Safe Drinking Water State Revolving Fund - Background

The Federal Safe Drinking Water Act (SDWA) Amendments of 1996 authorized the creation of a drinking water state revolving fund program for public water systems (PWS) infrastructure needs and other drinking water-related activities.

The federal law provides that a portion of the federal funds may be used for specified activities in addition to providing financial assistance to public water systems for infrastructure improvements. These activities include: (1) administration of the DWSRF financial assistance program, (2) technical assistance to small PWS, (3) source water assessment and protection, and (4) water system capacity development. Collectively, funding for these "set-aside" programs may utilize up to 31 percent of the federal Capitalization Grant. California does not intend to divert the total amount of authorized funds into these activities. California intends to utilize only 6.4 percent of the 1999 funds for set-aside activities not directly providing funding for water system projects.

Priorities and Infrastructure Improvements

The Safe Drinking Water State Revolving Fund (SDWSRF) program goals reflect both federal and state legislative intent to provide funding to correct PWS deficiencies based upon a prioritized funding system (see SDWSRF documents and materials below). The funding system utilizes a comprehensive multi-year Project Priority List, whereby certain projects receive higher funding priority than other eligible PWS projects. Higher priority projects include: PWS projects addressing public health risk problems; PWS projects needed to comply with the SDWA; and projects assisting PWS most in need on a per household affordability basis.

The SDWSRF provides ~7,800 PWS in California the opportunity to utilize subsidized funding to correct infrastructure problems, to assess and protect source water, and to improve technical, managerial and financial capability. Additionally, the SDWSRF benefits more than 7,400 small water systems (each serving fewer than 10,000 people) by providing funding for technical assistance in most aspects of PWS operations and management, and by assisting with the training and certification costs for operators of small community and nontransient noncommunity water systems.

CDPH participates in the California Finance Coordinating Committee. This program brings together representatives of state and federal agencies which fund water and wastewater infrastructure projects in order to facilitate coordination among the programs and application processes. By working to streamline application processes, particularly on jointly funded projects, the committee facilitates financing of critical infrastructure projects in California.

Labor Compliance Program

Senate Bill 279 (Machado, Chapter 892, Statutes of 2002) requires that entities awarding public works financed with state bond funds must adopt and enforce a labor compliance program in compliance with California Labor Code 1771.8. For more information, go to the Department of Industrial Relations' (DIR's) Labor Compliance Program (LCP) website. There you will find various materials (Items 1-8), including applications for initial LCP approval (Item 2).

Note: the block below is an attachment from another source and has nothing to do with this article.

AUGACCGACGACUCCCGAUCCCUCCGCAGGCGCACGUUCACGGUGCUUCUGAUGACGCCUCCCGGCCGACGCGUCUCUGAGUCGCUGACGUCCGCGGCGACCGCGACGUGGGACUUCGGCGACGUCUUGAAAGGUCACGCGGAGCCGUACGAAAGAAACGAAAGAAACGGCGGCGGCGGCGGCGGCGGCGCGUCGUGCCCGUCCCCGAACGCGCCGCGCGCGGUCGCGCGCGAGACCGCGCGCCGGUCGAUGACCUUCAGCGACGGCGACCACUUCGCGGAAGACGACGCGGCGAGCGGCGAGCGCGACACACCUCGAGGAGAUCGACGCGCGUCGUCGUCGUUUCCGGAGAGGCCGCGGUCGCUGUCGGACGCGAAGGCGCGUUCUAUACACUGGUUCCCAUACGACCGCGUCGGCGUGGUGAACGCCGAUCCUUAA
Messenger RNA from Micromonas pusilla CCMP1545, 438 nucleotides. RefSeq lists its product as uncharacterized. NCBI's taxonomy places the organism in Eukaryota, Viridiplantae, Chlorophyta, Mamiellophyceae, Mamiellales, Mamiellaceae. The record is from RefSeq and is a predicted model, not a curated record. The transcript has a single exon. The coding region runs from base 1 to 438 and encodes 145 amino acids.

Some Funding Sources for SDWSRF

In February 2009, President Obama signed into law The American Recovery and Reinvestment Act of 2009 (ARRA). Among its provisions, ARRA provides ~$160 million to the SDWSRF for infrastructure development for California's drinking water systems. More information can be obtained from CDPH's ARRA website.

In November 2006, voters approved Proposition 84, the Safe Drinking Water, Water Quality and Supply, Flood Control, River and Coastal Protection Act of 2006. Among CDPH's responsibilities is the implementation of Section 75023, which provides $50 million for the SDWSRF. More information can be obtained from CDPH's Proposition 84 website.

In November 2002, voters approved Proposition 50, the Water Security, Clean Drinking Water, Coastal and Beach Protection Act of 2002. Among CDPH's responsibilities is the implementation of Chapter 4: Safe Drinking Water, which provides ~$90 million for the SDWSRF. More information can be obtained from CDPH's Proposition 50 website.

In March 2000, California voters passed a water bond, "Proposition 13." The Department of Health Services (now CDPH) was designated to receive $70 million from the sale of general obligation bonds approved in the ballot measure: (1) $68 million to be used as the state match to access ~$340 million in federal capitalization grant funds for PWS infrastructure improvements during the subsequent four years, and (2) $2 million to be used to provide technical assistance to PWS including disadvantaged communities. More information on Proposition 13 can be obtained from State Water Resources Control Board and the Department of Water Resources.

During the period of the late 1970s through the 1980s, the voters of California approved a series of Safe Drinking Water Bond Law ballot initiatives (collectively referred to as the "Bond Law") to provide funds for projects to enable public water systems to meet public health based drinking water quality standards. Most of the $425 million in funding authorized by those laws has been expended; remaining funds are now administered by the Department of Water Resources.

For More Information

To find out more about CDPH's drinking water-related funding opportunities under SDWSRF, click on one of the links above or contact us by email at